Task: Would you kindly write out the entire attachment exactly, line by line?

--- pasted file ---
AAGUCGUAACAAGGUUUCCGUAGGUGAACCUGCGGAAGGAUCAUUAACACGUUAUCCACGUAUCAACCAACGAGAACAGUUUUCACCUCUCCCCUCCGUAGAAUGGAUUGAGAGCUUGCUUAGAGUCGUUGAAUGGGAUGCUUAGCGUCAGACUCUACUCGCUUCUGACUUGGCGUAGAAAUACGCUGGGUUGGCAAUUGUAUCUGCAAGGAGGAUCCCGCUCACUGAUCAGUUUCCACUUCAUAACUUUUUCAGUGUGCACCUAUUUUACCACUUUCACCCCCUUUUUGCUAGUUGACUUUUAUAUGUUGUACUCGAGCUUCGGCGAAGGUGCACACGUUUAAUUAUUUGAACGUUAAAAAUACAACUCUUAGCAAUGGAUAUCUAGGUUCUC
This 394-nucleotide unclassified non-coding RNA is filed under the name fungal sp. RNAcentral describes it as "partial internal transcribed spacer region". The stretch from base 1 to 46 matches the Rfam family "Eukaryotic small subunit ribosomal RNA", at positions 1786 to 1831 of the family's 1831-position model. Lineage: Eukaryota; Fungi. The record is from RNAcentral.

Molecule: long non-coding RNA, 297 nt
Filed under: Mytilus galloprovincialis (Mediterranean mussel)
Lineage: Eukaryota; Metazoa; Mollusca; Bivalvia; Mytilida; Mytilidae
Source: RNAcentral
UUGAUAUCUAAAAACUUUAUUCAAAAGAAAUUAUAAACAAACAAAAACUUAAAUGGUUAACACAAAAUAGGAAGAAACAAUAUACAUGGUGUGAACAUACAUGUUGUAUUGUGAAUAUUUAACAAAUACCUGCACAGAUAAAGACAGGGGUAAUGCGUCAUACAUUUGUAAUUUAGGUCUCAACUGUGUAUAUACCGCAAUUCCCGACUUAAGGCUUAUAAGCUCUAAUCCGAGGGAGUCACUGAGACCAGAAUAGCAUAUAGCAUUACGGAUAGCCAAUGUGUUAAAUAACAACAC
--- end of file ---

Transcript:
AAGUCGUAACAAGGUUUCCGUAGGUGAACCUGCGGAAGGAUCAUUAACACGUUAUCCACGUAUCAACCAACGAGAACAGUUUUCACCUCUCCCCUCCGUAGAAUGGAUUGAGAGCUUGCUUAGAGUCGUUGAAUGGGAUGCUUAGCGUCAGACUCUACUCGCUUCUGACUUGGCGUAGAAAUACGCUGGGUUGGCAAUUGUAUCUGCAAGGAGGAUCCCGCUCACUGAUCAGUUUCCACUUCAUAACUUUUUCAGUGUGCACCUAUUUUACCACUUUCACCCCCUUUUUGCUAGUUGACUUUUAUAUGUUGUACUCGAGCUUCGGCGAAGGUGCACACGUUUAAUUAUUUGAACGUUAAAAAUACAACUCUUAGCAAUGGAUAUCUAGGUUCUC
This 394-nucleotide unclassified non-coding RNA is filed under the name fungal sp. RNAcentral describes it as "partial internal transcribed spacer region". The stretch from base 1 to 46 matches the Rfam family "Eukaryotic small subunit ribosomal RNA", at positions 1786 to 1831 of the family's 1831-position model. Lineage: Eukaryota; Fungi. The record is from RNAcentral.

Molecule: long non-coding RNA, 297 nt
Filed under: Mytilus galloprovincialis (Mediterranean mussel)
Lineage: Eukaryota; Metazoa; Mollusca; Bivalvia; Mytilida; Mytilidae
Source: RNAcentral
UUGAUAUCUAAAAACUUUAUUCAAAAGAAAUUAUAAACAAACAAAAACUUAAAUGGUUAACACAAAAUAGGAAGAAACAAUAUACAUGGUGUGAACAUACAUGUUGUAUUGUGAAUAUUUAACAAAUACCUGCACAGAUAAAGACAGGGGUAAUGCGUCAUACAUUUGUAAUUUAGGUCUCAACUGUGUAUAUACCGCAAUUCCCGACUUAAGGCUUAUAAGCUCUAAUCCGAGGGAGUCACUGAGACCAGAAUAGCAUAUAGCAUUACGGAUAGCCAAUGUGUUAAAUAACAACAC